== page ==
Rookie Jim O’Brien kicked a 32-yard field goal with 5 seconds remaining in regulation time to give the Colts--American Football Conference champions in the first season after the NFL had merged with the AFL--their first Super Bowl victory over the National Football Conference champion Cowboys before 80,055 fans. The winning score was set up by an interception by linebacker Mike Curtis, who intercepted a pass by Dallas quarterback Craig Morton on the Cowboys’ 41-yard line and returned it to the 28 with 1:09 remaining. The Colts and Cowboys combined for 11 turnovers in a sloppily-played game. Mike Clark kicked a 14-yard field goal in the 1st quarter and a 30-yard field goal in the 2nd quarter to give Dallas a 6-0 lead. Baltimore quarterback Johnny Unitas threw a long pass intended for Eddie Hinton, but the ball bounced off Mr. Hinton’s hands, grazed the fingertips of Dallas defensive back Mel Renfro, and was caught by Baltimore tight end John Mackey, who raced to the end zone for a 75-yard touchdown. Mr. O’Brien’s extra-point attempt was blocked, leaving the score tied 6-6. On the Colts’ next possession, Mr. Unitas lost a fumble when he was hit by George Andrie of the Cowboys, and Mr. Unitas was forced to leave the game with bruised ribs. Mr. Morton, playing with a sore arm, completed the drive with a 7-yard touchdown pass to Duane Thomas. Mr. Clark converted to give Dallas a 13-6 halftime lead. The 3rd quarter was scoreless, but the Cowboys blew a golden opportunity when they recovered a fumble by Jim Duncan of the Colts on the second-half kickoff on the Baltimore 31-yard line. The Cowboys drove to the 2-yard line, but Mr. Thomas fumbled, and the Colts recovered on the 1. With 8 minutes remaining in the 4th quarter, a pass from Mr. Morton bounced off the hands of running back Walt Garrison into the hands of Baltimore defensive back Rick Volk at the Dallas 20-yard line, and Mr. Volk returned it to the 3. Tom Nowatzke rushed 2 yards for a touchdown, and Mr. O’Brien converted to tie the score 13-13. Mr. Garrison led all rushers with 65 yards on 12 carries, while Mr. Thomas was held to 35 yards on 18 carries. Mr. Nowatzke led the Colts with 33 yards on 10 carries, while Norm Bulaich was held to 28 yards on 18 carries. Mr. Mackey led all receivers with 80 yards on 2 receptions, while Roy Jefferson caught 3 for 52, Mr. Hinton caught 2 for 51, and Mr. Nowatzke 1 for 45. Dan Reeves led the Cowboys with 46 yards on 5 receptions, and Bob Hayes caught 1 pass for 41 yards. Mr. Morton completed 12 of 26 passes for 127 yards and 3 interceptions. Mr. Unitas was 3 for 9 for 88 yards and 2 interceptions, while backup Earl Morrall was 7 for 15 for 147 yards and an interception, and Baltimore halfback Sam Havrilak completed his only pass for 25 yards. In addition to those by Mr. Curtis and Mr. Volk, Jerry Logan had one for the Colts; linebacker Chuck Howley, who was named the game’s most valuable player, made 2 interceptions for the Cowboys for 22 yards, while Mr. Renfro also made an interception. The Colts fumbled 5 times and lost 3, while Mr. Thomas’s fumble was the only one for the Cowboys.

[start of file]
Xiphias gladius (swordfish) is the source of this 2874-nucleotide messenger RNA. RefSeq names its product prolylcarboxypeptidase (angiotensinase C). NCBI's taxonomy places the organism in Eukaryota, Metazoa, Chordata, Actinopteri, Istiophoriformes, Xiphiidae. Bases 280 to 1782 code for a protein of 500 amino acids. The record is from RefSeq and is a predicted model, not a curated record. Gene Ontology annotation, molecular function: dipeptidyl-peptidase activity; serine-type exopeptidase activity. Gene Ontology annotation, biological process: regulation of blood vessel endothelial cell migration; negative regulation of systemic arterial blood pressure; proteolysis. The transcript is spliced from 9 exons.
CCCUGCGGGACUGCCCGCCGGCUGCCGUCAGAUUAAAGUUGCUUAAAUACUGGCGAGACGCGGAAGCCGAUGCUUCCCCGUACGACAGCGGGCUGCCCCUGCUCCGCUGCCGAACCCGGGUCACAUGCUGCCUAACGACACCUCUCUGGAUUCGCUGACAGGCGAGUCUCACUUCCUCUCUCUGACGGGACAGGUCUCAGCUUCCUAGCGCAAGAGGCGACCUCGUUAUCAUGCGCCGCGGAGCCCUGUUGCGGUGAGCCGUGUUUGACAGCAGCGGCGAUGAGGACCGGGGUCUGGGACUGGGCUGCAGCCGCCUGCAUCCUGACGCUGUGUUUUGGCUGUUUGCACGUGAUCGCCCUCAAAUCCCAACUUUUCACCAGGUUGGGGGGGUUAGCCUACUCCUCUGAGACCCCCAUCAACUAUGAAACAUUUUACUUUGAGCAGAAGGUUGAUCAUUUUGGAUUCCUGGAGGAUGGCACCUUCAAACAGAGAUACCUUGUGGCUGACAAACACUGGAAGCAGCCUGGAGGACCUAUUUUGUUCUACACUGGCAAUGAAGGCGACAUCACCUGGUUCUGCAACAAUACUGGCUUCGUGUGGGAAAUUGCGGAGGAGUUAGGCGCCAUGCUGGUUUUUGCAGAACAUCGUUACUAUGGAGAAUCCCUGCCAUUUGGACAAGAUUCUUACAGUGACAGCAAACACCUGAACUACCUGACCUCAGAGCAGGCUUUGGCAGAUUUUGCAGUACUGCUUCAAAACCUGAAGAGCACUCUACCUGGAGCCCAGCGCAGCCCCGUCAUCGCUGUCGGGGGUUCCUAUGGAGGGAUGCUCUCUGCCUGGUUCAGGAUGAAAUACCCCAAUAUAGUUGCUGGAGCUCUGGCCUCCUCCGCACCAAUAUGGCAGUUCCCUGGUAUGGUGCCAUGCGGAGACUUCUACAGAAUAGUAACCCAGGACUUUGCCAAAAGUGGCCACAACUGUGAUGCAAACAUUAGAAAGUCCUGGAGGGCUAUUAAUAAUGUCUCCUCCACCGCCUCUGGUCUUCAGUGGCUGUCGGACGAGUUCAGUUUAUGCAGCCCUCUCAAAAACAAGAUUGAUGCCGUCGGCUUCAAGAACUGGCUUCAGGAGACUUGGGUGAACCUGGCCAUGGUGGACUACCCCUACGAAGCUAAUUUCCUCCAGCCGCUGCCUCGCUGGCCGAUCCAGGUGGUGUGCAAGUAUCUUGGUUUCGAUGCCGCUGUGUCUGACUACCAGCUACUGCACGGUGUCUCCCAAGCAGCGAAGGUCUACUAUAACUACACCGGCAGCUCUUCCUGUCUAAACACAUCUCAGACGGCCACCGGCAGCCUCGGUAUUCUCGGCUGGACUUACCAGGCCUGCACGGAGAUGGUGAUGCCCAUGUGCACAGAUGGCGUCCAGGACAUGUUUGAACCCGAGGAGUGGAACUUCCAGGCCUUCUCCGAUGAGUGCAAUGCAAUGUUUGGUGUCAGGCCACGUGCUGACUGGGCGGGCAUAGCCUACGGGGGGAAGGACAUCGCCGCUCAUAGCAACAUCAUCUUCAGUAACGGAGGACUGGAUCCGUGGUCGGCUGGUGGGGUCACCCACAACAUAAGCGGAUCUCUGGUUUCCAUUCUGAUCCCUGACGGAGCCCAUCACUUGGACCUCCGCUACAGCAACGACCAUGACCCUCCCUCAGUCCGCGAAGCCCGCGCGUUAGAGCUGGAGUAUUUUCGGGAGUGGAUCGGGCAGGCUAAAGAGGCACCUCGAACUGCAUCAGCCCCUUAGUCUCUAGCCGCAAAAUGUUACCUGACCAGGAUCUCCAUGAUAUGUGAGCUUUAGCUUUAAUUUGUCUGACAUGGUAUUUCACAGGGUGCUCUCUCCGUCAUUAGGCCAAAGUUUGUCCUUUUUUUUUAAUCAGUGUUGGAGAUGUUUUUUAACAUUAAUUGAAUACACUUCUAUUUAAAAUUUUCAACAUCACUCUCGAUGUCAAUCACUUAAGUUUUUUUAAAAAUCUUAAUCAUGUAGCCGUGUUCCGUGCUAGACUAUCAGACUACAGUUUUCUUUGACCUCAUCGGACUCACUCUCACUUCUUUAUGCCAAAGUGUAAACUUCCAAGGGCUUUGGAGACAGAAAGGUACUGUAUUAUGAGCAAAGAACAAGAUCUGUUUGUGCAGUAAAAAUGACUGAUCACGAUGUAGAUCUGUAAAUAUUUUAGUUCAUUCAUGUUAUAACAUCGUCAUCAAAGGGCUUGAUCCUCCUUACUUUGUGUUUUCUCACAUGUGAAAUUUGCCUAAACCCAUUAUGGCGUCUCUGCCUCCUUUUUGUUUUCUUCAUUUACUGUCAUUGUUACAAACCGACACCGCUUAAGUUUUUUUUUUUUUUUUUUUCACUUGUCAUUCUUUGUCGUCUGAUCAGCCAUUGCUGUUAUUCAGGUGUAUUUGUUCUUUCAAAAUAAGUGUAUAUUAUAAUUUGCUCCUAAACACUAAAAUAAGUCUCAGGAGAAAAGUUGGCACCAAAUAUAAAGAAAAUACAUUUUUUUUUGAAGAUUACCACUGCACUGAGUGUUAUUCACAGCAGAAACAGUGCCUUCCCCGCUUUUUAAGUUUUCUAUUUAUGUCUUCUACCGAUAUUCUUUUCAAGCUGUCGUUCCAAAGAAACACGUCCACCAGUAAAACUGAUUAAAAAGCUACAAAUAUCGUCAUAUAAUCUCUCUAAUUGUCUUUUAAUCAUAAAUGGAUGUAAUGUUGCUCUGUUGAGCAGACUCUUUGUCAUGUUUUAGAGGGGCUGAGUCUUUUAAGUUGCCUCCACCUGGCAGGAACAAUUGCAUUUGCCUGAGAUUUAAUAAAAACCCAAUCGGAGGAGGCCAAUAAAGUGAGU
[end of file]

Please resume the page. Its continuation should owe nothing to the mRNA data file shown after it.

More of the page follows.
40 years ago